“We want to reach out to the straight community too – to help fight homophobia. There may be someone that has a gay family member and doesn’t understand, but watching the cast and being able to interact, and ask questions, could be life changing.”

Gayle says that community is a central theme for the series. “Living in such an exciting time for LGBTQ rights,” she says, “it is important to remember what is important, that we are all people just who want to connect.”





Pony Gayle and Martha Sanchez

Pony Gayle and Media Consultant Martha Sanchez

The five cast members, all real-life women in the LGBTQ community, “will not only be discussing hot topics with each other but also with the audience via social media. Audience members will be able to share their submissions with our cast as well as have live interactive Skype/podcast sessions with the ladies.

OUTrageous cast and producer


“Each episode will highlight current community issues, as well as these women’s personal experiences. Furthermore, these women will come together to talk about issues that they encounter in their day-to-day lives and within the community.”

“In casting the show,” Gayle says, “I wanted women that felt comfortable in front of the camera, were interesting and diverse. At some point we hope to work more people into the cast, such as a transgender and possibly a gay-friendly straight girl. I want the LGBTQ community to feel represented. That’s why we will have guests during discussions, friends and family of cast, to hopefully help do that.”

Gayle wants the behind-the-camera production values of OUTrageous to be strong. “We are trying to raise money with our Indiegogo campaign to ensure a

production crew

Production crew

quality show. We have a great team of experienced people lined up to work on the show. I have worked in the industry for nineteen years, and know a lot of great production and post people, and keep meeting more. But we need to be able to pay them.”

Follow the progress of OUTrageous on the Indiegogo site.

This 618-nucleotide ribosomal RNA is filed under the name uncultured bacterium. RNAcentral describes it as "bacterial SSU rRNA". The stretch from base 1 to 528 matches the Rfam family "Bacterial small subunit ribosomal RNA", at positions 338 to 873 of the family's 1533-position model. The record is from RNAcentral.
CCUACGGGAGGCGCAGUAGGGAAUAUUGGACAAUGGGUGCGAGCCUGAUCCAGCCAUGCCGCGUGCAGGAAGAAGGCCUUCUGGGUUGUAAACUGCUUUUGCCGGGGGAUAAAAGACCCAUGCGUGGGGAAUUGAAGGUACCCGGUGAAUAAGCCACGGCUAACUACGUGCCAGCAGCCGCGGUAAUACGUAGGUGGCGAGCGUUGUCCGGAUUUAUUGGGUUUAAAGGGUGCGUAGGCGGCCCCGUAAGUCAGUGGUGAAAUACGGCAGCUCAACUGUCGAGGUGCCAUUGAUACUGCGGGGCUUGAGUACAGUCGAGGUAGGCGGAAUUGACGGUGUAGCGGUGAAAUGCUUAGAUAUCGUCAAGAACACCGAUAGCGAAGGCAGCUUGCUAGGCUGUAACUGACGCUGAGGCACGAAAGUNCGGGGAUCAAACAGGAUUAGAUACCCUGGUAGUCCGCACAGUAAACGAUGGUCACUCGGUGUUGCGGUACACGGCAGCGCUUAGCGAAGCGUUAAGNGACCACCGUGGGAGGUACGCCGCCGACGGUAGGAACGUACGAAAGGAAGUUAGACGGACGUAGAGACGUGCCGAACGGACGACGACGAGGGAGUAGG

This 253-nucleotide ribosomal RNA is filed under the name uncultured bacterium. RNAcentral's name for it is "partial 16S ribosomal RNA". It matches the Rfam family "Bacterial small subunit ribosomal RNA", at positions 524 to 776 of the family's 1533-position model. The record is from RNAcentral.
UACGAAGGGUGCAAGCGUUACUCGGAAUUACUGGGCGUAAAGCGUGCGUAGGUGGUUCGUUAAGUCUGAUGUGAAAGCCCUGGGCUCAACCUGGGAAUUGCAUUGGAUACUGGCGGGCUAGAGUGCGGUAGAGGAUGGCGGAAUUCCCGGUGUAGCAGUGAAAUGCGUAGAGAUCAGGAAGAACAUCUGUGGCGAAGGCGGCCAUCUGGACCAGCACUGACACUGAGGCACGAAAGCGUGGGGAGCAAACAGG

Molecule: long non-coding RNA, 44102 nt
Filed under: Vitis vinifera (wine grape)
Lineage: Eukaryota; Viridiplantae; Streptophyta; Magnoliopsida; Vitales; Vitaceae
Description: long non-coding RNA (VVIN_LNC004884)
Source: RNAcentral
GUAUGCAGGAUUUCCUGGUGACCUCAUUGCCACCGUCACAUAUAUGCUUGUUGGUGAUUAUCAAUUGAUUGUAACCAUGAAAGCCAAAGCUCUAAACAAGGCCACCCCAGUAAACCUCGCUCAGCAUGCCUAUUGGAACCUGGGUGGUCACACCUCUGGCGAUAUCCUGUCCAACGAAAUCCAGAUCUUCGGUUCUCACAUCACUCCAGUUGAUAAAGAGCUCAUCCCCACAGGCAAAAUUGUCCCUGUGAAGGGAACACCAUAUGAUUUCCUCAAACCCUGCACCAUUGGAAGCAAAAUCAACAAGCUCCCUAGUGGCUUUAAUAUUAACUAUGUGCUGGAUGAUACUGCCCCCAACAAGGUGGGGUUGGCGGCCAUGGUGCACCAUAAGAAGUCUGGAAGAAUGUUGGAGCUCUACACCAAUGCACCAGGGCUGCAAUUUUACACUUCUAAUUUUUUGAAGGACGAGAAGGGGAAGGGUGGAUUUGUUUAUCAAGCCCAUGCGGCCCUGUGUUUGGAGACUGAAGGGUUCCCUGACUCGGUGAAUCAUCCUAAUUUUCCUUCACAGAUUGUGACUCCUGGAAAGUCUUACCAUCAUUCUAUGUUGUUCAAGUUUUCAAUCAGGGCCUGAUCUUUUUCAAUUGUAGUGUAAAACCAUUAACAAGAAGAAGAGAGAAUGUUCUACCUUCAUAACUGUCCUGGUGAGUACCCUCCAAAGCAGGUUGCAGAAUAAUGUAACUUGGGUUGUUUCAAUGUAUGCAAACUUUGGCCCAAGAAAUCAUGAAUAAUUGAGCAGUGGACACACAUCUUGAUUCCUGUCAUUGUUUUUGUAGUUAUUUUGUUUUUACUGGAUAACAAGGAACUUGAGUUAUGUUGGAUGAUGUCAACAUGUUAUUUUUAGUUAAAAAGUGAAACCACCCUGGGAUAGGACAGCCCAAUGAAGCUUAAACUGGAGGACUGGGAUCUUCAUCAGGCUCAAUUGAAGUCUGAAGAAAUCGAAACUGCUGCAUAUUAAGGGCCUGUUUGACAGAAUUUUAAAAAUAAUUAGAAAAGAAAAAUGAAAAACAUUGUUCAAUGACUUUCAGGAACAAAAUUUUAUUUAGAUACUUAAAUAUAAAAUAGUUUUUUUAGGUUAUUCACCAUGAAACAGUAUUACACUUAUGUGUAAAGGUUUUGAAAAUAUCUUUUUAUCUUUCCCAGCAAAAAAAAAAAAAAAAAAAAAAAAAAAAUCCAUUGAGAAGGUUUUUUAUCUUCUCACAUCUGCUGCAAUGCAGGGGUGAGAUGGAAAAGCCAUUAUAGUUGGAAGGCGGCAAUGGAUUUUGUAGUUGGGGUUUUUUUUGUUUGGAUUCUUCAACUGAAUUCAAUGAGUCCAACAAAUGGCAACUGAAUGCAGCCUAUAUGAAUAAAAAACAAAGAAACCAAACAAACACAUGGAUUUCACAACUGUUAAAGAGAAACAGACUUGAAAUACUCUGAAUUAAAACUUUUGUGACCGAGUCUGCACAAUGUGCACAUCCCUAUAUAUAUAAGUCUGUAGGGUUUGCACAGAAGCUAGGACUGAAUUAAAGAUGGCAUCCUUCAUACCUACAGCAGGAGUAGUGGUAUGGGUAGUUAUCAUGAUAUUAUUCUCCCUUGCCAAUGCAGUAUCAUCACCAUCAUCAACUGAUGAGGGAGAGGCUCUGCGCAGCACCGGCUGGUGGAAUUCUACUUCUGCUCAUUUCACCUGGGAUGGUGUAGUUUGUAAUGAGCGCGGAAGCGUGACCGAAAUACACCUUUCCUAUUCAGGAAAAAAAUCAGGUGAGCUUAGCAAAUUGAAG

Photo credits: Qumaru Nisa

Catalyst to Collaboration

Action camera operator and DP Lawrence Ribeiro joins us again (See his original interview) with comments on the importance of observing and appreciating viewpoints in camera work.

“Viewpoints, in my eyes, are the catalyst to collaboration. Create!”

“Some years ago,” says Ribeiro, “the combination of doing search and rescue, heli-logging and studying Native American mythology/tracking gave me the eyes to see and feel the land. The wind, clouds, leaves’ colors, soil texture/impact, sound of the birds…all tell a story. They are much more accurate than most modern devices, as nature has been around a lot a longer. The ability to observe is almost gone.”

action shot behind motorcycle

Action shot

setting up an action shot

Setting up an action shot

shooting a scene on a cliff face

Shooting on a cliff face






“Back in the day the director would tell the DP to go to the museum to study a specific piece and spend hours looking at it. Studying the source of light, the quality of it, the mood, etc. And that in turn would get into the movie, eventually.”

Degas painting


Pollock painting


Modigliani painting







“So does that mean the piece’s overall mood,” asks Ribeiro, “could be the point of the view of the artist who created the piece? … Or it could be the director’s point view, because after all it was he or she that told the DP to look at the piece? What about the DP’s work, as he transferred that mood onto a new medium with HIS choices and viewpoints?”

action camera operator

Action camera operator

These quotes are taken from Ribeiro’s thoughts on viewpoints and collaboration on his blog. See Ribeiro’s film reel and read his entire commentary on his site.


Writing Lean

Recently YA author Maggie Stiefvater (@mstiefvater) tweeted: Every time you skim a novel, a kitten dies in a paragraph you skipped over. Do you want kittens to die? No. No one does. READ ALL THE WORDS.

author maggie stiefvater

YA Author Maggie Stiefvater


I confess I let some kittens die (figuratively) last month. A couple of novels I read had what I considered to be too much exposition.

Skimming became a knee-jerk reaction. I’m not a skimmer, but there are moments when it’s a matter of skim or drop the book.

For an author to avoid filler, Elmore Leonard suggests, in his Ten Rules of Writing: “Try to leave out the part that readers tend to skip.” Good advice.

elmore leonard

Photo Credit:


Screenwriters Adriane Coros and Jim Landis recommend: “Writing lean pushes you to really understand exactly what you are trying to say in each and every scene, each and every line, and to know your characters thoroughly.”

writing lean

Writing lean


A comment made by playwright Raegan Payne may help you pare your story down to a leaner core. In talking about the art of writing for the stage, Payne says: “I like being forced to tell a story with just dialogue and almost no resources. It’s a poor man’s art form.”


theater seats













To adapt a phrase: keep on keepin’ lean.